Danimal Knigdom gives George Michael’s ‘Faith’ a brush up for 2011. But then it is a bit more than that - there’re also elements of new wave, Gary Numan, Elvis Costello et al. The overall effect is certainly lively stuff but it’s a bit dizzying for me. Fairground waltzers are all well and good but you do feel sick when you eventually get off. 6/10



Showstar - Monkey See Monkey Do (Rainboot)

This is a slightly strange one. When you read that Showstar are from Belgium and have this quirky sound it would be very easy to slip into the ‘silly foreigner’ frame of mind and think of the band as plucky, but ultimately naive, fellows. But placed more in a context with the likes of Wild Beasts and ‘Monkey See Monkey Do’ bares up very favourably. Intricate but stark at the same time. 7/10



Steve Craddock – Only Look Up When You’re Down (Kundalini)

Despite Craddock’s idiosyncratic retro sound (somewhere between the Beatles and The Small Faces), this single feels instantly forgettable to me. It’s friendly enough but it feels like the musical equivalent of getting horribly drunk and wading through an old photo album filled with pictures of your ex. 5/10



Dorian Concept – Her Tears Taste Like Pears (Ninjatune)

Another weebly squeebly genius of a producer trots off the Ninja production line. Austria-based Doran Concept has had a classical training as a child pianist and these early influences re-surface in the complex and jazz-like arrangements which appear n this EP. Sliding, contradicting harmonies seem to coalesce into comfortable order and bounce off a mixture of deep bass drops, dancehall rhythms and very progressive key arrangements. Some moments are little fierce for the ears (‘Toe Games Made her Giggle’) but these are offset by the more chilled out vibe of ‘Thanks You All the Time Forever’ to finish with. 7/10



We Are Enfant Terrible – Filthy Love (Last Gang)

My eagerly anticipated second slice of Gallic geek kids We Are Enfant Terrible does not disappoint in the slightest. This Lille three-piece sound like a very dirty version of CSS and there’s a constant mocking nature to their music (though in fairness, usually of a self deprecating outlook). Whether you like Gameboy or you like to disco dance, you are pretty much guaranteed to love this. 8/10



Kiria – Let Me In (Koochie Coo)

I’m sorry to say that this is pretty awful. I’m sorry because it’s nice to be nice, no-one wants to bag off the efforts of someone who thinks they are doing something worthwhile. I’m also sorry because Kiria is threatening me from the sleeve artwork with two mighty weapons. And she’s pointing a pair of guns at me. Oh dear, this has all gone a bit seedy – I blame the press release for mentioning Garry Bushell...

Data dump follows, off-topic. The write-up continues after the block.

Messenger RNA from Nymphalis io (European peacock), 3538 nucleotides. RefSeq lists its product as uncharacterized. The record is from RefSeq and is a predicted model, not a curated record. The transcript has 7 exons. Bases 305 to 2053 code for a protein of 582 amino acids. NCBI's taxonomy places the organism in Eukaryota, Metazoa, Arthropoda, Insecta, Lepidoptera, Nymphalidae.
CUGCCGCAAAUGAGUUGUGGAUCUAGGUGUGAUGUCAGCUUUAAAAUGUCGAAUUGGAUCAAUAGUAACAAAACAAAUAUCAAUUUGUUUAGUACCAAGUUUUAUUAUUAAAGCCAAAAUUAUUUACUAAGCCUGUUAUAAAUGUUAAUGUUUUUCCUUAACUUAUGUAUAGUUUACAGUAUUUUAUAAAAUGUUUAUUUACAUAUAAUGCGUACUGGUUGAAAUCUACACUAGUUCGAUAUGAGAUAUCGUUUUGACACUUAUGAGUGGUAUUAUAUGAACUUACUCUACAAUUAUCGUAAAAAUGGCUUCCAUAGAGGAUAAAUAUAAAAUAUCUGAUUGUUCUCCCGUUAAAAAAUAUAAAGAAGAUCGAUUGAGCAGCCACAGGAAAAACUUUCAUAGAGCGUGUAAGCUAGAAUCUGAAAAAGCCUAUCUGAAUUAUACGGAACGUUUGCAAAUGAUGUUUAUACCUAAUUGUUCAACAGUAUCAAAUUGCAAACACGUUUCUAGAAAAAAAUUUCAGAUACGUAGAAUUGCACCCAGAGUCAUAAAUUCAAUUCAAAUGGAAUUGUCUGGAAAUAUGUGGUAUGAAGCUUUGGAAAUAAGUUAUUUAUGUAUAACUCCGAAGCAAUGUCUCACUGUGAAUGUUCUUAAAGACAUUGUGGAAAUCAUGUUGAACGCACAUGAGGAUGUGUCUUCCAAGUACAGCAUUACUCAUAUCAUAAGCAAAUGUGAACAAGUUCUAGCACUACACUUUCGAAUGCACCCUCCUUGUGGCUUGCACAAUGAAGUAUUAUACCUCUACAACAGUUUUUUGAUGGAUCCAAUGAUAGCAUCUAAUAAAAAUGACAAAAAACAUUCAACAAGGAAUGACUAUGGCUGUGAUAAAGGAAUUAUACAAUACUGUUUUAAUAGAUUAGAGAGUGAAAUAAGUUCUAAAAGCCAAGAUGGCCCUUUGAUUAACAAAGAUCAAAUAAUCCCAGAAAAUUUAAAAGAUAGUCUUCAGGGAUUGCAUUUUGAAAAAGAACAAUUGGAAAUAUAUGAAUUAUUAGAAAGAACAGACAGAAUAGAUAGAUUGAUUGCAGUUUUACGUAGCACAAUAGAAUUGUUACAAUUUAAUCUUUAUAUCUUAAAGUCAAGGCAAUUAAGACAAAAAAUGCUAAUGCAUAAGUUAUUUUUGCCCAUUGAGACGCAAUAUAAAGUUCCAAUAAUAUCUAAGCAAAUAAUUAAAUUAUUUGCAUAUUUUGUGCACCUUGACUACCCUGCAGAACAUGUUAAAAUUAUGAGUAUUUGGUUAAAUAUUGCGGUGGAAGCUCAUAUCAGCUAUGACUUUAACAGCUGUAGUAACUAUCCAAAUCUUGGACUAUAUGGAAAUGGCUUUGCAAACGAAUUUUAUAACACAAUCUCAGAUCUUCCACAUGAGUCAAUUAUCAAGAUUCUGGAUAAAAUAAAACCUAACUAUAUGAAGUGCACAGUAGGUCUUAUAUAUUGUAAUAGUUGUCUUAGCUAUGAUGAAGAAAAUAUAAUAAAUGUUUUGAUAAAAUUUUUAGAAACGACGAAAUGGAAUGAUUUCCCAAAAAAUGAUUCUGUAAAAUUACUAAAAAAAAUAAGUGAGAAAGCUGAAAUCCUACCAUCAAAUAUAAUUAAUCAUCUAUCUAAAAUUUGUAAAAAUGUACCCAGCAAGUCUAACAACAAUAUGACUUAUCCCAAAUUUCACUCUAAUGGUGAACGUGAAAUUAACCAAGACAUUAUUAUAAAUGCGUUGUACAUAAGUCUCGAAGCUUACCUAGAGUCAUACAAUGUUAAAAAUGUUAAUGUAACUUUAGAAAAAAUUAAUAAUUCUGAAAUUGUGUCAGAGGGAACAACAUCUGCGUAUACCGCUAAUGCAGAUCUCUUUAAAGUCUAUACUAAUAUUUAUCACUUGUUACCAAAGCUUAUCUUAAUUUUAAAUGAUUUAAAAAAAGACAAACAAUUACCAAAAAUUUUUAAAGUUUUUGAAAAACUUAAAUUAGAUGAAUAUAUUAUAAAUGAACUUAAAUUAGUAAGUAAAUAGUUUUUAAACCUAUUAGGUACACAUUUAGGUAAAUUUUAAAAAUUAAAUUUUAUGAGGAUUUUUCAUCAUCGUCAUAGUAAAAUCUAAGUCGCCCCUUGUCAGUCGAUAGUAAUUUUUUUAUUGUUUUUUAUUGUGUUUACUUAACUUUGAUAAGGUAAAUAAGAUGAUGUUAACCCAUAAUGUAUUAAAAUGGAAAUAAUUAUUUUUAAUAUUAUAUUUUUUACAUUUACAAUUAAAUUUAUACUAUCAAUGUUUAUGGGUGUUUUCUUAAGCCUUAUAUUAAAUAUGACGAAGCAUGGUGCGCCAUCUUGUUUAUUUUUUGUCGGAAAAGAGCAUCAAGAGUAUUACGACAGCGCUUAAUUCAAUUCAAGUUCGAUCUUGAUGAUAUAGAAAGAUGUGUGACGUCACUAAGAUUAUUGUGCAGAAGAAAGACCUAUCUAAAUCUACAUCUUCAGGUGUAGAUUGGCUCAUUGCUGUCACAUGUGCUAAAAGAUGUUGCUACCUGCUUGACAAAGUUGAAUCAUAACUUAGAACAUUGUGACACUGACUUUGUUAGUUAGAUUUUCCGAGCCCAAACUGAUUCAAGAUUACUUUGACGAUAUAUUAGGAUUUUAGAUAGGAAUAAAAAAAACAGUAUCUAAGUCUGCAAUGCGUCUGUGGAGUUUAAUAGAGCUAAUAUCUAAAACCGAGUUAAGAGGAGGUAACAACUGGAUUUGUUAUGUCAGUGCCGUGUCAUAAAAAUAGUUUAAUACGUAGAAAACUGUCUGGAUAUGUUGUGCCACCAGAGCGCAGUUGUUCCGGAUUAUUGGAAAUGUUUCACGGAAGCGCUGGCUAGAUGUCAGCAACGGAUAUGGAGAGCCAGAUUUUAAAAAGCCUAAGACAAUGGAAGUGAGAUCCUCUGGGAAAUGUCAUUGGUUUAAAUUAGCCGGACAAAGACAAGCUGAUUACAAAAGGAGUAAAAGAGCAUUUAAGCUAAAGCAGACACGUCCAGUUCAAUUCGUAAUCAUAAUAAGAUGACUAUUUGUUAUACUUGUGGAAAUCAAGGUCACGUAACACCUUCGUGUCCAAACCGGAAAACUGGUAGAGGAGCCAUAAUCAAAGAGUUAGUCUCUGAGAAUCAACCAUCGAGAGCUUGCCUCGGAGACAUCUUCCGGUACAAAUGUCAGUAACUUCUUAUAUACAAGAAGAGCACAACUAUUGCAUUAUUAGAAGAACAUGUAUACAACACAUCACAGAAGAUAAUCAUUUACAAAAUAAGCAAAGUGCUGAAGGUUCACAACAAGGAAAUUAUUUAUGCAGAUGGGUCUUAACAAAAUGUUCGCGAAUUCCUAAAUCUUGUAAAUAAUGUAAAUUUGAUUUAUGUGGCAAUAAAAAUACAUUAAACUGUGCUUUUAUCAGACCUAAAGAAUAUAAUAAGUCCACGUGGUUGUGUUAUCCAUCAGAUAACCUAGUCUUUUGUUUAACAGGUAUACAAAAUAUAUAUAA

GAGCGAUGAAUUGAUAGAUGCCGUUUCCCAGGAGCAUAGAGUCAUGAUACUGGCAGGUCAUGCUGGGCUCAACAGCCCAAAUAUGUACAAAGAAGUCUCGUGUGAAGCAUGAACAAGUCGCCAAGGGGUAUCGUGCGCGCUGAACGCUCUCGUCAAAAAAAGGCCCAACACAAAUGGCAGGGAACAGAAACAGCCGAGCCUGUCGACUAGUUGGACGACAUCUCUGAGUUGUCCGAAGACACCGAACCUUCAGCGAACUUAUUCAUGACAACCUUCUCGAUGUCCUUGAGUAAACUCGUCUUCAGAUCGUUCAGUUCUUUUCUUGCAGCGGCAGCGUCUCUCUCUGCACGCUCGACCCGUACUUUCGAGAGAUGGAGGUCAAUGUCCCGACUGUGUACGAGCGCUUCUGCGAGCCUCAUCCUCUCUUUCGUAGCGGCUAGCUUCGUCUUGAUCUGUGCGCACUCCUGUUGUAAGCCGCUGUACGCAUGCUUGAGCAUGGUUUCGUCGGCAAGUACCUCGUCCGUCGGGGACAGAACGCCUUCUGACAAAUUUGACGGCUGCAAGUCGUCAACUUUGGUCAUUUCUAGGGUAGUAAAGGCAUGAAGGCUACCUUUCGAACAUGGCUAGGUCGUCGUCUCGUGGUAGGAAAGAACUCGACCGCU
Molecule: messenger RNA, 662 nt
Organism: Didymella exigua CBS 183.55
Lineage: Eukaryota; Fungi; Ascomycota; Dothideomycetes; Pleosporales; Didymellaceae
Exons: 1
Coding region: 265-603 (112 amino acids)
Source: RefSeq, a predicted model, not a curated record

Quickly back to the music then, the main problem is that music is supposedly punky, though it sounds far too orchestrated, there are big string parts and the guitars are too clean. Add to that Kiria’s somewhat wayward pitch and the result is pretty unpleasant. As a plus, the B-side ‘Jelly Baby’ is far better. 5/10



Dimbleby and Capper – Let You Go (Tape)

This is more like it, something suitably unusual for my fickle Sunday evening mind. To start with, Dimbleby and Capper is a nom de plume for one person – Laura Bettinson. Secondly , ‘Let You Go’ is an extremely strangely produced record, all fuzzing bass and every other dial turned up to max by the sound of it. It should jar and generally annoy your ears but throughout all the clattering, there’s a killer hook and a catchy tune. I think I like the Banshee-esque B-side ‘Raise it Right’ even more with its tribal chanting and heavy percussion. I’d go as far to say it even scares me a bit – good effort. 9/10



A. Human – Take Me Home (So Darn So)

I’m unsure why I thought A. Human was some German electro artist – couldn’t be more wrong as it turns out they are a London based band. In my defence they do use a few samples and loops but I guess you could pretty much sum them up as sunny indie pop. There may be some comparisons with the likes of Talking Heads and Mr Fogg also. ‘Take Me Home’ is very commercial sounding but not in a bad way. 7/10



La Shark – I Know What You Did Last Summer (So Darn So)

Labelmates to A. Human, La Shark are stunningly original. ‘I Know What...’ is almost uncategorisable – I guess there’s a kind of threatening ska vibe over the electro funk bassline, there’s cow bell, there’s freaky spoken word vocals a la David Byrne but you really couldn’t describe it as whole. Bravo then for being so original. 8/10



Daedelus – Tailor Made (Ninjatune)

‘Tailor made’ doesn’t follow a normal verse-chorus-verse song pattern. Instead it slowly builds into existence then just batters away with its layers of soulful samples, beats and synths. Doesn’t really do it for me to be honest – it doesn’t give you time to catch your breath. 6/10